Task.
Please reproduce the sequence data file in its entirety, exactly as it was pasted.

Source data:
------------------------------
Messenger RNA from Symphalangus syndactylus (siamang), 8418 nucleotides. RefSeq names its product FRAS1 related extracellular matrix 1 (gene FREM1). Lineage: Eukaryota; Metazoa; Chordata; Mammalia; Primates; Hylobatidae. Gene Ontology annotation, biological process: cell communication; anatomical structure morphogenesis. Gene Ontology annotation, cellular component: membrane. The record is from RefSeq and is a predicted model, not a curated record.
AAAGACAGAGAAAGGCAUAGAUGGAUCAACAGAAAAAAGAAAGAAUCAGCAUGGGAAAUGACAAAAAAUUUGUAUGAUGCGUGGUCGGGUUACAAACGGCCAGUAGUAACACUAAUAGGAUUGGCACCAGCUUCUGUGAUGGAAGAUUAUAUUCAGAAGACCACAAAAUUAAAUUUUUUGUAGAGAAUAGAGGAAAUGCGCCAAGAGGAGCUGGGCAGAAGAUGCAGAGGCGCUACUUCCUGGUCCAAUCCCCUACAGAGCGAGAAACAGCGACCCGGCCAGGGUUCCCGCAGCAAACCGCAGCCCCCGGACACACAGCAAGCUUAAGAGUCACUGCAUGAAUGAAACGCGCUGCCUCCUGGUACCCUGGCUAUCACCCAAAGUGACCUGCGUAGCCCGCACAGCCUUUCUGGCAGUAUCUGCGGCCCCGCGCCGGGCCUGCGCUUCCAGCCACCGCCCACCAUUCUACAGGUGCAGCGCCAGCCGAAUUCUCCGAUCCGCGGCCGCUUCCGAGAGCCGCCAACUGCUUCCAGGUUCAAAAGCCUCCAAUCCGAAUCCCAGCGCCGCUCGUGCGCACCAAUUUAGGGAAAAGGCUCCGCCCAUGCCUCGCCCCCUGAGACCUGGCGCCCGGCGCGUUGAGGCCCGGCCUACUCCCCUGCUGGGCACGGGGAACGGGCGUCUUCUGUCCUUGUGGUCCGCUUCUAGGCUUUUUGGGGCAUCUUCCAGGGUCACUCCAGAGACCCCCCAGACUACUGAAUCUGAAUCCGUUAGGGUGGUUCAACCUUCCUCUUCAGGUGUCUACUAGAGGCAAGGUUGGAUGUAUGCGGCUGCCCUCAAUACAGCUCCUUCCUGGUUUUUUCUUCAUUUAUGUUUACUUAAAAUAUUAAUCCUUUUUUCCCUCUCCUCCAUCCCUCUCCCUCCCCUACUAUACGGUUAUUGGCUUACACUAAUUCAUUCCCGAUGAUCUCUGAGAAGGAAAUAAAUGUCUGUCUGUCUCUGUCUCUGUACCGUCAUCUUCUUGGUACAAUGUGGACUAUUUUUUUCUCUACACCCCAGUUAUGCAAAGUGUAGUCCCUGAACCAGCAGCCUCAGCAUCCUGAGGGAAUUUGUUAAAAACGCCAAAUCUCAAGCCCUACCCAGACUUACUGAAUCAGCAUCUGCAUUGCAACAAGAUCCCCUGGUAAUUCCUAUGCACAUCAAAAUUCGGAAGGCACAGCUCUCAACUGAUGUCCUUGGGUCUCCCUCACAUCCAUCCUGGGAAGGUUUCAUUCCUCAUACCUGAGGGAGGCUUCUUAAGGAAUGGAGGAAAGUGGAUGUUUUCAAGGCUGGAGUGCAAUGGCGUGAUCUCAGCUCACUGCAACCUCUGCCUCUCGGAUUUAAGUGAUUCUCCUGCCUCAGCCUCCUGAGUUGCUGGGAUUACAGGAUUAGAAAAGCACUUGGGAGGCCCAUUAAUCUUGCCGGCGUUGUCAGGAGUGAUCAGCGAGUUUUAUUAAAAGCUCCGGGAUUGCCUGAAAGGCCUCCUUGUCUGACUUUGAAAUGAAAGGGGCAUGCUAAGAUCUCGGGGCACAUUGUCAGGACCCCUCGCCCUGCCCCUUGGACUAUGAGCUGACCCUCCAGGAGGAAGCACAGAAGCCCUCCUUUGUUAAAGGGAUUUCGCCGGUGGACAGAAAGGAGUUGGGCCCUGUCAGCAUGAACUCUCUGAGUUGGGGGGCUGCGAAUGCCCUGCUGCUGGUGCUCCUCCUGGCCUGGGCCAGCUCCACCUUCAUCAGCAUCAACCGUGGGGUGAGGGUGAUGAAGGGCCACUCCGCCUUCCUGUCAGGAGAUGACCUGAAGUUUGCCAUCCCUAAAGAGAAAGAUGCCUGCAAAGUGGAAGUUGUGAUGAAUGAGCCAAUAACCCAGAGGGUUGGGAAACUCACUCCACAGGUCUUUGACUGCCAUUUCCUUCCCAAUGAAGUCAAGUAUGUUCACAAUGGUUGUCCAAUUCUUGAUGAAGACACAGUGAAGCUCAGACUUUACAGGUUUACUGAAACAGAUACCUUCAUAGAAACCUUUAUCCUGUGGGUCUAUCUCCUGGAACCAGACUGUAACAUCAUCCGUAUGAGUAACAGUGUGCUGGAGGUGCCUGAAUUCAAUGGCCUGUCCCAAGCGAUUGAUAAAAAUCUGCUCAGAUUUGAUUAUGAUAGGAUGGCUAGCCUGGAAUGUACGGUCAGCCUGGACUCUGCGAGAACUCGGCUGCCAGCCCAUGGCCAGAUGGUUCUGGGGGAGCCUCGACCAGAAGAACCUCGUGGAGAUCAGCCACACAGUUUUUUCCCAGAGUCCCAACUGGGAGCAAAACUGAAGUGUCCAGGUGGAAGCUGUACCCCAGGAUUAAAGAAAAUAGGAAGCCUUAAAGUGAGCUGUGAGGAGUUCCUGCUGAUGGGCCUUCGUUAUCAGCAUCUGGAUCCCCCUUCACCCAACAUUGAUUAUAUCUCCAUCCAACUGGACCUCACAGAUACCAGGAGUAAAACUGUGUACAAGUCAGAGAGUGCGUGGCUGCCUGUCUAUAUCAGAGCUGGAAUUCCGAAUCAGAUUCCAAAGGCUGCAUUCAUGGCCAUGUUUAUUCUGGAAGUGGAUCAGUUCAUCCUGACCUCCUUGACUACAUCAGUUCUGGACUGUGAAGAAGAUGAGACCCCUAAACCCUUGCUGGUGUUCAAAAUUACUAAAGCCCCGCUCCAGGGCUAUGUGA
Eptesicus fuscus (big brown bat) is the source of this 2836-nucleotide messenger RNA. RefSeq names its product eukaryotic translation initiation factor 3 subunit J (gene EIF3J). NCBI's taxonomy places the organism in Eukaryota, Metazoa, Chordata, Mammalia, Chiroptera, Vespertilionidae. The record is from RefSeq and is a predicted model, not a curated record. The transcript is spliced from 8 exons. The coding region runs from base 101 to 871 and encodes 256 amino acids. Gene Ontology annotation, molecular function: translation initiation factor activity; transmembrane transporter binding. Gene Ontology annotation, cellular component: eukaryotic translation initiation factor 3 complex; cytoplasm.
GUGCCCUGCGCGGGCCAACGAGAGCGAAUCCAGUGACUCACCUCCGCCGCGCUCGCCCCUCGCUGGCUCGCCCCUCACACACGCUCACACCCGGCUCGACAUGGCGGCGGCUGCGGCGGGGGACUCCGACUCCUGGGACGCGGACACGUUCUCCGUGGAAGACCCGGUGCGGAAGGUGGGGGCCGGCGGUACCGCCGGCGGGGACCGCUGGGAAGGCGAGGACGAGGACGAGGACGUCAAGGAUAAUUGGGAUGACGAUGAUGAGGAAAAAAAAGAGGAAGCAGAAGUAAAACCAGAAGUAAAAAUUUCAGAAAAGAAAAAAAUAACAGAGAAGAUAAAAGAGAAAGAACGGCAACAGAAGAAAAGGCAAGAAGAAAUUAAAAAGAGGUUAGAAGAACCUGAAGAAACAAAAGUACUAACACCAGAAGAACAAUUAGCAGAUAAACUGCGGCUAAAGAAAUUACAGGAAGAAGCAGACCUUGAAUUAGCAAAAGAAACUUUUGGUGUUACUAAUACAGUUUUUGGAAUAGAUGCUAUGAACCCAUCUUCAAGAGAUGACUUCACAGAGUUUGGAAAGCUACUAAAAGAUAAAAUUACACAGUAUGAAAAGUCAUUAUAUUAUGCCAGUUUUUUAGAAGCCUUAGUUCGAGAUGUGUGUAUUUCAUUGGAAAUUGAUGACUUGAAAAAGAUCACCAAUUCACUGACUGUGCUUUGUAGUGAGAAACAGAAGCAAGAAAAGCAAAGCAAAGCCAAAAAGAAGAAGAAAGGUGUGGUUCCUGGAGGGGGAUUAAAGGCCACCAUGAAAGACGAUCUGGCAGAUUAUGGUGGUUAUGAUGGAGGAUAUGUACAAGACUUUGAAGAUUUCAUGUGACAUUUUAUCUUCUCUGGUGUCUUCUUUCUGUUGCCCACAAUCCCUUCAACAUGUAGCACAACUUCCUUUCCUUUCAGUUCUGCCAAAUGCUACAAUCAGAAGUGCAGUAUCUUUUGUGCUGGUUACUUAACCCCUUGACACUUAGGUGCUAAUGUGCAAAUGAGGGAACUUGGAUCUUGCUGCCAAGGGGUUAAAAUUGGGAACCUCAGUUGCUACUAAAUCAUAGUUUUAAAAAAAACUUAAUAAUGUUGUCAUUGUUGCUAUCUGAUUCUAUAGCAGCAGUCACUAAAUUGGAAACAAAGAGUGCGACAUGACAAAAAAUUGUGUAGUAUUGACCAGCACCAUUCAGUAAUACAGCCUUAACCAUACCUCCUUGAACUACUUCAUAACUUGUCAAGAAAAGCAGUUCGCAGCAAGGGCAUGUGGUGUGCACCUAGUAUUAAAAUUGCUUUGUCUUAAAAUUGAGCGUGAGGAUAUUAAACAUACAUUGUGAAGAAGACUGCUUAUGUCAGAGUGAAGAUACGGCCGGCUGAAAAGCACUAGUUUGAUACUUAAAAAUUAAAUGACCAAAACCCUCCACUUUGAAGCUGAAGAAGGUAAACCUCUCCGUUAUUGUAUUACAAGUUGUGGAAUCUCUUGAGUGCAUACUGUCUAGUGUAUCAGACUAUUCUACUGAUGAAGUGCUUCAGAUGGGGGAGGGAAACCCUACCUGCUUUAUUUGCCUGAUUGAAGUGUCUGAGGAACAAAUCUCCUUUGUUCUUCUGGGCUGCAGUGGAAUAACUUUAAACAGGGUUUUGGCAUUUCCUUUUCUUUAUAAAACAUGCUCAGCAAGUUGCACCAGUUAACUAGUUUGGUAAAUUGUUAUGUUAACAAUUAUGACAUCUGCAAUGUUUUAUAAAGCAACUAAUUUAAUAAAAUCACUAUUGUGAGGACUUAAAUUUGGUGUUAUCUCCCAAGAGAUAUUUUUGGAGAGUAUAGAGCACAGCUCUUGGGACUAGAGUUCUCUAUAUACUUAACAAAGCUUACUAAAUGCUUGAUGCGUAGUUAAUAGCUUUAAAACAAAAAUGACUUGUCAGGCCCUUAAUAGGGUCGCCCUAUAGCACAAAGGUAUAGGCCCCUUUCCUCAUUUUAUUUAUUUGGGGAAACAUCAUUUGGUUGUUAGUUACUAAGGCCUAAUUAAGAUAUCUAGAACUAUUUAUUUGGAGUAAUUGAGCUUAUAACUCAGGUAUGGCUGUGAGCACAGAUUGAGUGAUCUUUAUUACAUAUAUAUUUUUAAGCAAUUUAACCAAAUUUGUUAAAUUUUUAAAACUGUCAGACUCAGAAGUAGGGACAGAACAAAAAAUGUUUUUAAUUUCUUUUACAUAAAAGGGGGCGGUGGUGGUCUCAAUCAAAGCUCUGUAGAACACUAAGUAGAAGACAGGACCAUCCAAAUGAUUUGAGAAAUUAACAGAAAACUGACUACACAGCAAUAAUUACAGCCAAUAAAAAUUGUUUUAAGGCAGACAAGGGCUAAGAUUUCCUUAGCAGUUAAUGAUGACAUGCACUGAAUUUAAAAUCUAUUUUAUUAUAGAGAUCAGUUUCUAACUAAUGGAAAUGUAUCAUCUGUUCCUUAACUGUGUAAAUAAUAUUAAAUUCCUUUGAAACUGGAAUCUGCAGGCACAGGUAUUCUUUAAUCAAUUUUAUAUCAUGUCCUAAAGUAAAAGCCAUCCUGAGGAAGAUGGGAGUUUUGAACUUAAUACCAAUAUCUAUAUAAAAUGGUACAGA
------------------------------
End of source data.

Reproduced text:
Messenger RNA from Symphalangus syndactylus (siamang), 8418 nucleotides. RefSeq names its product FRAS1 related extracellular matrix 1 (gene FREM1). Lineage: Eukaryota; Metazoa; Chordata; Mammalia; Primates; Hylobatidae. Gene Ontology annotation, biological process: cell communication; anatomical structure morphogenesis. Gene Ontology annotation, cellular component: membrane. The record is from RefSeq and is a predicted model, not a curated record.
AAAGACAGAGAAAGGCAUAGAUGGAUCAACAGAAAAAAGAAAGAAUCAGCAUGGGAAAUGACAAAAAAUUUGUAUGAUGCGUGGUCGGGUUACAAACGGCCAGUAGUAACACUAAUAGGAUUGGCACCAGCUUCUGUGAUGGAAGAUUAUAUUCAGAAGACCACAAAAUUAAAUUUUUUGUAGAGAAUAGAGGAAAUGCGCCAAGAGGAGCUGGGCAGAAGAUGCAGAGGCGCUACUUCCUGGUCCAAUCCCCUACAGAGCGAGAAACAGCGACCCGGCCAGGGUUCCCGCAGCAAACCGCAGCCCCCGGACACACAGCAAGCUUAAGAGUCACUGCAUGAAUGAAACGCGCUGCCUCCUGGUACCCUGGCUAUCACCCAAAGUGACCUGCGUAGCCCGCACAGCCUUUCUGGCAGUAUCUGCGGCCCCGCGCCGGGCCUGCGCUUCCAGCCACCGCCCACCAUUCUACAGGUGCAGCGCCAGCCGAAUUCUCCGAUCCGCGGCCGCUUCCGAGAGCCGCCAACUGCUUCCAGGUUCAAAAGCCUCCAAUCCGAAUCCCAGCGCCGCUCGUGCGCACCAAUUUAGGGAAAAGGCUCCGCCCAUGCCUCGCCCCCUGAGACCUGGCGCCCGGCGCGUUGAGGCCCGGCCUACUCCCCUGCUGGGCACGGGGAACGGGCGUCUUCUGUCCUUGUGGUCCGCUUCUAGGCUUUUUGGGGCAUCUUCCAGGGUCACUCCAGAGACCCCCCAGACUACUGAAUCUGAAUCCGUUAGGGUGGUUCAACCUUCCUCUUCAGGUGUCUACUAGAGGCAAGGUUGGAUGUAUGCGGCUGCCCUCAAUACAGCUCCUUCCUGGUUUUUUCUUCAUUUAUGUUUACUUAAAAUAUUAAUCCUUUUUUCCCUCUCCUCCAUCCCUCUCCCUCCCCUACUAUACGGUUAUUGGCUUACACUAAUUCAUUCCCGAUGAUCUCUGAGAAGGAAAUAAAUGUCUGUCUGUCUCUGUCUCUGUACCGUCAUCUUCUUGGUACAAUGUGGACUAUUUUUUUCUCUACACCCCAGUUAUGCAAAGUGUAGUCCCUGAACCAGCAGCCUCAGCAUCCUGAGGGAAUUUGUUAAAAACGCCAAAUCUCAAGCCCUACCCAGACUUACUGAAUCAGCAUCUGCAUUGCAACAAGAUCCCCUGGUAAUUCCUAUGCACAUCAAAAUUCGGAAGGCACAGCUCUCAACUGAUGUCCUUGGGUCUCCCUCACAUCCAUCCUGGGAAGGUUUCAUUCCUCAUACCUGAGGGAGGCUUCUUAAGGAAUGGAGGAAAGUGGAUGUUUUCAAGGCUGGAGUGCAAUGGCGUGAUCUCAGCUCACUGCAACCUCUGCCUCUCGGAUUUAAGUGAUUCUCCUGCCUCAGCCUCCUGAGUUGCUGGGAUUACAGGAUUAGAAAAGCACUUGGGAGGCCCAUUAAUCUUGCCGGCGUUGUCAGGAGUGAUCAGCGAGUUUUAUUAAAAGCUCCGGGAUUGCCUGAAAGGCCUCCUUGUCUGACUUUGAAAUGAAAGGGGCAUGCUAAGAUCUCGGGGCACAUUGUCAGGACCCCUCGCCCUGCCCCUUGGACUAUGAGCUGACCCUCCAGGAGGAAGCACAGAAGCCCUCCUUUGUUAAAGGGAUUUCGCCGGUGGACAGAAAGGAGUUGGGCCCUGUCAGCAUGAACUCUCUGAGUUGGGGGGCUGCGAAUGCCCUGCUGCUGGUGCUCCUCCUGGCCUGGGCCAGCUCCACCUUCAUCAGCAUCAACCGUGGGGUGAGGGUGAUGAAGGGCCACUCCGCCUUCCUGUCAGGAGAUGACCUGAAGUUUGCCAUCCCUAAAGAGAAAGAUGCCUGCAAAGUGGAAGUUGUGAUGAAUGAGCCAAUAACCCAGAGGGUUGGGAAACUCACUCCACAGGUCUUUGACUGCCAUUUCCUUCCCAAUGAAGUCAAGUAUGUUCACAAUGGUUGUCCAAUUCUUGAUGAAGACACAGUGAAGCUCAGACUUUACAGGUUUACUGAAACAGAUACCUUCAUAGAAACCUUUAUCCUGUGGGUCUAUCUCCUGGAACCAGACUGUAACAUCAUCCGUAUGAGUAACAGUGUGCUGGAGGUGCCUGAAUUCAAUGGCCUGUCCCAAGCGAUUGAUAAAAAUCUGCUCAGAUUUGAUUAUGAUAGGAUGGCUAGCCUGGAAUGUACGGUCAGCCUGGACUCUGCGAGAACUCGGCUGCCAGCCCAUGGCCAGAUGGUUCUGGGGGAGCCUCGACCAGAAGAACCUCGUGGAGAUCAGCCACACAGUUUUUUCCCAGAGUCCCAACUGGGAGCAAAACUGAAGUGUCCAGGUGGAAGCUGUACCCCAGGAUUAAAGAAAAUAGGAAGCCUUAAAGUGAGCUGUGAGGAGUUCCUGCUGAUGGGCCUUCGUUAUCAGCAUCUGGAUCCCCCUUCACCCAACAUUGAUUAUAUCUCCAUCCAACUGGACCUCACAGAUACCAGGAGUAAAACUGUGUACAAGUCAGAGAGUGCGUGGCUGCCUGUCUAUAUCAGAGCUGGAAUUCCGAAUCAGAUUCCAAAGGCUGCAUUCAUGGCCAUGUUUAUUCUGGAAGUGGAUCAGUUCAUCCUGACCUCCUUGACUACAUCAGUUCUGGACUGUGAAGAAGAUGAGACCCCUAAACCCUUGCUGGUGUUCAAAAUUACUAAAGCCCCGCUCCAGGGCUAUGUGA
Eptesicus fuscus (big brown bat) is the source of this 2836-nucleotide messenger RNA. RefSeq names its product eukaryotic translation initiation factor 3 subunit J (gene EIF3J). NCBI's taxonomy places the organism in Eukaryota, Metazoa, Chordata, Mammalia, Chiroptera, Vespertilionidae. The record is from RefSeq and is a predicted model, not a curated record. The transcript is spliced from 8 exons. The coding region runs from base 101 to 871 and encodes 256 amino acids. Gene Ontology annotation, molecular function: translation initiation factor activity; transmembrane transporter binding. Gene Ontology annotation, cellular component: eukaryotic translation initiation factor 3 complex; cytoplasm.
GUGCCCUGCGCGGGCCAACGAGAGCGAAUCCAGUGACUCACCUCCGCCGCGCUCGCCCCUCGCUGGCUCGCCCCUCACACACGCUCACACCCGGCUCGACAUGGCGGCGGCUGCGGCGGGGGACUCCGACUCCUGGGACGCGGACACGUUCUCCGUGGAAGACCCGGUGCGGAAGGUGGGGGCCGGCGGUACCGCCGGCGGGGACCGCUGGGAAGGCGAGGACGAGGACGAGGACGUCAAGGAUAAUUGGGAUGACGAUGAUGAGGAAAAAAAAGAGGAAGCAGAAGUAAAACCAGAAGUAAAAAUUUCAGAAAAGAAAAAAAUAACAGAGAAGAUAAAAGAGAAAGAACGGCAACAGAAGAAAAGGCAAGAAGAAAUUAAAAAGAGGUUAGAAGAACCUGAAGAAACAAAAGUACUAACACCAGAAGAACAAUUAGCAGAUAAACUGCGGCUAAAGAAAUUACAGGAAGAAGCAGACCUUGAAUUAGCAAAAGAAACUUUUGGUGUUACUAAUACAGUUUUUGGAAUAGAUGCUAUGAACCCAUCUUCAAGAGAUGACUUCACAGAGUUUGGAAAGCUACUAAAAGAUAAAAUUACACAGUAUGAAAAGUCAUUAUAUUAUGCCAGUUUUUUAGAAGCCUUAGUUCGAGAUGUGUGUAUUUCAUUGGAAAUUGAUGACUUGAAAAAGAUCACCAAUUCACUGACUGUGCUUUGUAGUGAGAAACAGAAGCAAGAAAAGCAAAGCAAAGCCAAAAAGAAGAAGAAAGGUGUGGUUCCUGGAGGGGGAUUAAAGGCCACCAUGAAAGACGAUCUGGCAGAUUAUGGUGGUUAUGAUGGAGGAUAUGUACAAGACUUUGAAGAUUUCAUGUGACAUUUUAUCUUCUCUGGUGUCUUCUUUCUGUUGCCCACAAUCCCUUCAACAUGUAGCACAACUUCCUUUCCUUUCAGUUCUGCCAAAUGCUACAAUCAGAAGUGCAGUAUCUUUUGUGCUGGUUACUUAACCCCUUGACACUUAGGUGCUAAUGUGCAAAUGAGGGAACUUGGAUCUUGCUGCCAAGGGGUUAAAAUUGGGAACCUCAGUUGCUACUAAAUCAUAGUUUUAAAAAAAACUUAAUAAUGUUGUCAUUGUUGCUAUCUGAUUCUAUAGCAGCAGUCACUAAAUUGGAAACAAAGAGUGCGACAUGACAAAAAAUUGUGUAGUAUUGACCAGCACCAUUCAGUAAUACAGCCUUAACCAUACCUCCUUGAACUACUUCAUAACUUGUCAAGAAAAGCAGUUCGCAGCAAGGGCAUGUGGUGUGCACCUAGUAUUAAAAUUGCUUUGUCUUAAAAUUGAGCGUGAGGAUAUUAAACAUACAUUGUGAAGAAGACUGCUUAUGUCAGAGUGAAGAUACGGCCGGCUGAAAAGCACUAGUUUGAUACUUAAAAAUUAAAUGACCAAAACCCUCCACUUUGAAGCUGAAGAAGGUAAACCUCUCCGUUAUUGUAUUACAAGUUGUGGAAUCUCUUGAGUGCAUACUGUCUAGUGUAUCAGACUAUUCUACUGAUGAAGUGCUUCAGAUGGGGGAGGGAAACCCUACCUGCUUUAUUUGCCUGAUUGAAGUGUCUGAGGAACAAAUCUCCUUUGUUCUUCUGGGCUGCAGUGGAAUAACUUUAAACAGGGUUUUGGCAUUUCCUUUUCUUUAUAAAACAUGCUCAGCAAGUUGCACCAGUUAACUAGUUUGGUAAAUUGUUAUGUUAACAAUUAUGACAUCUGCAAUGUUUUAUAAAGCAACUAAUUUAAUAAAAUCACUAUUGUGAGGACUUAAAUUUGGUGUUAUCUCCCAAGAGAUAUUUUUGGAGAGUAUAGAGCACAGCUCUUGGGACUAGAGUUCUCUAUAUACUUAACAAAGCUUACUAAAUGCUUGAUGCGUAGUUAAUAGCUUUAAAACAAAAAUGACUUGUCAGGCCCUUAAUAGGGUCGCCCUAUAGCACAAAGGUAUAGGCCCCUUUCCUCAUUUUAUUUAUUUGGGGAAACAUCAUUUGGUUGUUAGUUACUAAGGCCUAAUUAAGAUAUCUAGAACUAUUUAUUUGGAGUAAUUGAGCUUAUAACUCAGGUAUGGCUGUGAGCACAGAUUGAGUGAUCUUUAUUACAUAUAUAUUUUUAAGCAAUUUAACCAAAUUUGUUAAAUUUUUAAAACUGUCAGACUCAGAAGUAGGGACAGAACAAAAAAUGUUUUUAAUUUCUUUUACAUAAAAGGGGGCGGUGGUGGUCUCAAUCAAAGCUCUGUAGAACACUAAGUAGAAGACAGGACCAUCCAAAUGAUUUGAGAAAUUAACAGAAAACUGACUACACAGCAAUAAUUACAGCCAAUAAAAAUUGUUUUAAGGCAGACAAGGGCUAAGAUUUCCUUAGCAGUUAAUGAUGACAUGCACUGAAUUUAAAAUCUAUUUUAUUAUAGAGAUCAGUUUCUAACUAAUGGAAAUGUAUCAUCUGUUCCUUAACUGUGUAAAUAAUAUUAAAUUCCUUUGAAACUGGAAUCUGCAGGCACAGGUAUUCUUUAAUCAAUUUUAUAUCAUGUCCUAAAGUAAAAGCCAUCCUGAGGAAGAUGGGAGUUUUGAACUUAAUACCAAUAUCUAUAUAAAAUGGUACAGA